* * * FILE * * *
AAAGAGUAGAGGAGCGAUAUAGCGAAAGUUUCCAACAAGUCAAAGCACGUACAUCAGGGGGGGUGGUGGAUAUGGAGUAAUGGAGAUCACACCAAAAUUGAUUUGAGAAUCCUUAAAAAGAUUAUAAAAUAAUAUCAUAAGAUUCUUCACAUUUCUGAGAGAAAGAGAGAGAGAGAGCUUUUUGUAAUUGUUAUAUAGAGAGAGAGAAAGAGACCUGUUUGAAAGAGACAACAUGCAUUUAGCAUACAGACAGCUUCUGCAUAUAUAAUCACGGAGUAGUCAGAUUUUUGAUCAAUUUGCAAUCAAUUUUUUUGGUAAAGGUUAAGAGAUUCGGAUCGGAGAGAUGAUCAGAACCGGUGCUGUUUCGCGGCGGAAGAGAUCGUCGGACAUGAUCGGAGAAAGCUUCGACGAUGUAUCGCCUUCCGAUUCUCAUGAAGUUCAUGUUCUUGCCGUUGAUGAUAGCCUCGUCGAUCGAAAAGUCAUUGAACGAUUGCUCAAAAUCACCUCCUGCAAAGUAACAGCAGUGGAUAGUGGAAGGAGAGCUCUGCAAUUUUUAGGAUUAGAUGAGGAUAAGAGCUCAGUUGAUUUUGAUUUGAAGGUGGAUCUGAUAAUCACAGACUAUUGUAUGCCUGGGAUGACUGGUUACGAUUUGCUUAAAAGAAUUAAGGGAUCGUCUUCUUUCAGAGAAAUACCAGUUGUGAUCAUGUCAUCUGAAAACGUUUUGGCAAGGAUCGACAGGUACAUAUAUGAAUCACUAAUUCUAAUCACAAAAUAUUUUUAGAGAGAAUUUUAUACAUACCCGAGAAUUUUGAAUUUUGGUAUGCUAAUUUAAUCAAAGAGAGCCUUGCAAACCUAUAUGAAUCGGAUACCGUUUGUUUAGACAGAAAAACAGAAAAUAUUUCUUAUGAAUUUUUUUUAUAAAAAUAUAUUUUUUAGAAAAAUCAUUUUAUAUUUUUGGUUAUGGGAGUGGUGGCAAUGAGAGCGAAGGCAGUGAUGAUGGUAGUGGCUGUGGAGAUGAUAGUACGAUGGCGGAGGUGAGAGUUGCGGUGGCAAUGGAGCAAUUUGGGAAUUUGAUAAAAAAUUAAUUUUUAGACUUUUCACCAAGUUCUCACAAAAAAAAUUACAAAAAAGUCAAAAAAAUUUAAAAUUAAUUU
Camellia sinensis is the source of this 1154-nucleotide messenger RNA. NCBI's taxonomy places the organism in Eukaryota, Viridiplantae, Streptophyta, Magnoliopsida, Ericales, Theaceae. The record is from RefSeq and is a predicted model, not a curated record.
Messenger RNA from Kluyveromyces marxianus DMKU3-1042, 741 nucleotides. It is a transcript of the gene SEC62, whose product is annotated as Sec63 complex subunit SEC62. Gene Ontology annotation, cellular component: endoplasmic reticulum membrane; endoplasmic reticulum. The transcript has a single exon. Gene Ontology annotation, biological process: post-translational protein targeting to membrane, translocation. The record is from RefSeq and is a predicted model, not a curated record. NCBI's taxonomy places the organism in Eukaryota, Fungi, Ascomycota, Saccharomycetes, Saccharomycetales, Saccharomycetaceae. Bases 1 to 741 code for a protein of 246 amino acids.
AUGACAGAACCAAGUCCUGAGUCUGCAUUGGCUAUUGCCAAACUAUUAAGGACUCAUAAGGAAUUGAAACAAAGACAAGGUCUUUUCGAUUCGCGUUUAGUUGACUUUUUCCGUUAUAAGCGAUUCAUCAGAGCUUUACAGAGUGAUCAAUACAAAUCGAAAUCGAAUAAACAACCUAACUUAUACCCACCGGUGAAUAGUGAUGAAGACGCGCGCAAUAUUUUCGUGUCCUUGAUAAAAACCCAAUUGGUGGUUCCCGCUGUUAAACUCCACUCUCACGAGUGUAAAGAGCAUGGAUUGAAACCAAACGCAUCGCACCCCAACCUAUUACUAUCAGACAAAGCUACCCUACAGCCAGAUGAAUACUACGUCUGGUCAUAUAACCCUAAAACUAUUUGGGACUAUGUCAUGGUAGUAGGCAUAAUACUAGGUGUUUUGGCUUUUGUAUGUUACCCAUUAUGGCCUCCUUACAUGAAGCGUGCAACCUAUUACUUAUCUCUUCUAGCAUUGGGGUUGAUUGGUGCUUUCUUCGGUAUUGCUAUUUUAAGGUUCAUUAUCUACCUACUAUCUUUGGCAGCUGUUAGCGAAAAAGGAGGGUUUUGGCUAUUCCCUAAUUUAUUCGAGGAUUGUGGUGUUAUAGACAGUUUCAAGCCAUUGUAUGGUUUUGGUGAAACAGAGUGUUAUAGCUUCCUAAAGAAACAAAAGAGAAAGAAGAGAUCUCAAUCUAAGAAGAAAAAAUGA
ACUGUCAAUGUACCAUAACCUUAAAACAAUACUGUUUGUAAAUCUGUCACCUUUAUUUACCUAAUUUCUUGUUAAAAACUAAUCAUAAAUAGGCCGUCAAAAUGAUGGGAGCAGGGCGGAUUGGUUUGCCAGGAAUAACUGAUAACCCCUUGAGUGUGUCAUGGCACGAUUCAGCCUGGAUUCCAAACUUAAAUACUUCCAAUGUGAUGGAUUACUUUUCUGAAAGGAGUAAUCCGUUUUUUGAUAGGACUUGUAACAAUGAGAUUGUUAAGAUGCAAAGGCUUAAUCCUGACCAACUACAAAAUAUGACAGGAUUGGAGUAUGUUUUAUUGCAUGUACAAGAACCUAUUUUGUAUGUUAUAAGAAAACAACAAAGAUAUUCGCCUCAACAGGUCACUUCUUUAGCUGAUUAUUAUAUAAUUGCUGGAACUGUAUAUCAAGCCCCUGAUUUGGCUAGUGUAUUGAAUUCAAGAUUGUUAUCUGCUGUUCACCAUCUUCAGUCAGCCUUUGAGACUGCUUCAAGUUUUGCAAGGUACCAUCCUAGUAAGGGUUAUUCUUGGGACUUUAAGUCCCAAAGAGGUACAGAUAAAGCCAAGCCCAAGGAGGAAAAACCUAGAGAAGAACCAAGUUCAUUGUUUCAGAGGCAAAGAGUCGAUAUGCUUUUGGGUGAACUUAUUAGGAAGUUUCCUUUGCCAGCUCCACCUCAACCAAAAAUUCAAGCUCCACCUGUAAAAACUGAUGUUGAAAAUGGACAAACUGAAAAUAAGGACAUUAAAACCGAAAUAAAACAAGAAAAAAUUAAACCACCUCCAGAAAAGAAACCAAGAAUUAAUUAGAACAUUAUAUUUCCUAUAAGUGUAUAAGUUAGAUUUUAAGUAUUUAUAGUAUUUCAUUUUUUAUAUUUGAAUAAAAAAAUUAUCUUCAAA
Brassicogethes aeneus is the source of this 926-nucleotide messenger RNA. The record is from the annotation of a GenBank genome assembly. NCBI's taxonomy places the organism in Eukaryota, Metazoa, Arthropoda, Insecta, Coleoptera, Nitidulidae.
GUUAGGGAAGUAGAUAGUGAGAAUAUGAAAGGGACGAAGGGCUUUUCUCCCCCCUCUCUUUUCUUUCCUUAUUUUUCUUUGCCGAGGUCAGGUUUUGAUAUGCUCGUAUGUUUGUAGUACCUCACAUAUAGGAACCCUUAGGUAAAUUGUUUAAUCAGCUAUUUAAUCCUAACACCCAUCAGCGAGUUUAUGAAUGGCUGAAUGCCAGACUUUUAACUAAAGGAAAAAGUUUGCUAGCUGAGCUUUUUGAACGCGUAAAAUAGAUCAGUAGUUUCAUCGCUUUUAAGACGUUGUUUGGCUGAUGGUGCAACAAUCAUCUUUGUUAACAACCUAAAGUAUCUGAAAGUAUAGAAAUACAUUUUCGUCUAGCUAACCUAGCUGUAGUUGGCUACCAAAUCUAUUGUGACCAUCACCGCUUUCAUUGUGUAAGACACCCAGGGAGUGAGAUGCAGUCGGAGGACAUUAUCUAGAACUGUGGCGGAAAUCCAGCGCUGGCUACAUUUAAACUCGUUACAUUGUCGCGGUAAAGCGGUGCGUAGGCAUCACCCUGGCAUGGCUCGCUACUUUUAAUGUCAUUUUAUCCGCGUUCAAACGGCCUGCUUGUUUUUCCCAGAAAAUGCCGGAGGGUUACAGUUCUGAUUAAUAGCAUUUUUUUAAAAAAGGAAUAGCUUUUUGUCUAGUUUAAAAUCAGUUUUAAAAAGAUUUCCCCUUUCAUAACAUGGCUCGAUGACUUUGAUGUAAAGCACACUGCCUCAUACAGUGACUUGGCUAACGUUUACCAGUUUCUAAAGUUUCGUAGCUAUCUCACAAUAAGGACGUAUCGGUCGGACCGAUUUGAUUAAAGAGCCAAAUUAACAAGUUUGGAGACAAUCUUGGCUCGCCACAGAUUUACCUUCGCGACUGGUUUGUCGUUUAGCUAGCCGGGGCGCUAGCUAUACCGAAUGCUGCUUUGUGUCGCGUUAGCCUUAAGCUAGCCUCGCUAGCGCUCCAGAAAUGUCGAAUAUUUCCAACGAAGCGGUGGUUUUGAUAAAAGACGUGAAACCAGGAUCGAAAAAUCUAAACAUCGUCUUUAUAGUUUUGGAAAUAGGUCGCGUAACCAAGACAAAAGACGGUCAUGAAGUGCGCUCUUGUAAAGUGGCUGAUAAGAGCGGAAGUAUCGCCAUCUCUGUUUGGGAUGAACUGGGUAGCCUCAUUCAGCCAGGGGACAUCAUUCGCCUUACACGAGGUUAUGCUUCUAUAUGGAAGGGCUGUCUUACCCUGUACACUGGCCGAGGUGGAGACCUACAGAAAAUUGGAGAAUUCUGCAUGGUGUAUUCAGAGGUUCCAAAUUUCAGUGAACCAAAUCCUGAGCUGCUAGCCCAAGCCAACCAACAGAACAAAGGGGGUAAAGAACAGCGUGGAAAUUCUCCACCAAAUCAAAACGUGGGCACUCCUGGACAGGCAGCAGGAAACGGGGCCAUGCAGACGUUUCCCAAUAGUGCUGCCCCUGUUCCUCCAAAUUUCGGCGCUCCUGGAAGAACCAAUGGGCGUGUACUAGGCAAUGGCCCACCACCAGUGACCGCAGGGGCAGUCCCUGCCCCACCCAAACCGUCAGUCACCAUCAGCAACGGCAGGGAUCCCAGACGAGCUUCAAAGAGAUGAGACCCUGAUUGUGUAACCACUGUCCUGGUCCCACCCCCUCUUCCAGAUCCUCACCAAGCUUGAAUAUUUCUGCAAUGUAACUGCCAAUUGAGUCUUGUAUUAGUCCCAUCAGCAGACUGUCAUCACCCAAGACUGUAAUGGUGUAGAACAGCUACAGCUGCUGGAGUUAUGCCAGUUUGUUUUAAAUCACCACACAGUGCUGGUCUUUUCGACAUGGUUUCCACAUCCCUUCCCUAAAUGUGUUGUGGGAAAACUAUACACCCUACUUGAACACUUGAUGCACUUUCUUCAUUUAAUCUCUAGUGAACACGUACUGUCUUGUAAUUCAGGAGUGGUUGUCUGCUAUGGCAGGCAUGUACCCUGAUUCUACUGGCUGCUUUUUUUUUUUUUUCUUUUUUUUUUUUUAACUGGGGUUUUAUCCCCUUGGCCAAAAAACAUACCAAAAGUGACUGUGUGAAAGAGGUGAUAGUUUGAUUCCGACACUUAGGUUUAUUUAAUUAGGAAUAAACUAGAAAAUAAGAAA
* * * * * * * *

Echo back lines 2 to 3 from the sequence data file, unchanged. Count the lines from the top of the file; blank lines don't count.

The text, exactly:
Camellia sinensis is the source of this 1154-nucleotide messenger RNA. NCBI's taxonomy places the organism in Eukaryota, Viridiplantae, Streptophyta, Magnoliopsida, Ericales, Theaceae. The record is from RefSeq and is a predicted model, not a curated record.
Messenger RNA from Kluyveromyces marxianus DMKU3-1042, 741 nucleotides. It is a transcript of the gene SEC62, whose product is annotated as Sec63 complex subunit SEC62. Gene Ontology annotation, cellular component: endoplasmic reticulum membrane; endoplasmic reticulum. The transcript has a single exon. Gene Ontology annotation, biological process: post-translational protein targeting to membrane, translocation. The record is from RefSeq and is a predicted model, not a curated record. NCBI's taxonomy places the organism in Eukaryota, Fungi, Ascomycota, Saccharomycetes, Saccharomycetales, Saccharomycetaceae. Bases 1 to 741 code for a protein of 246 amino acids.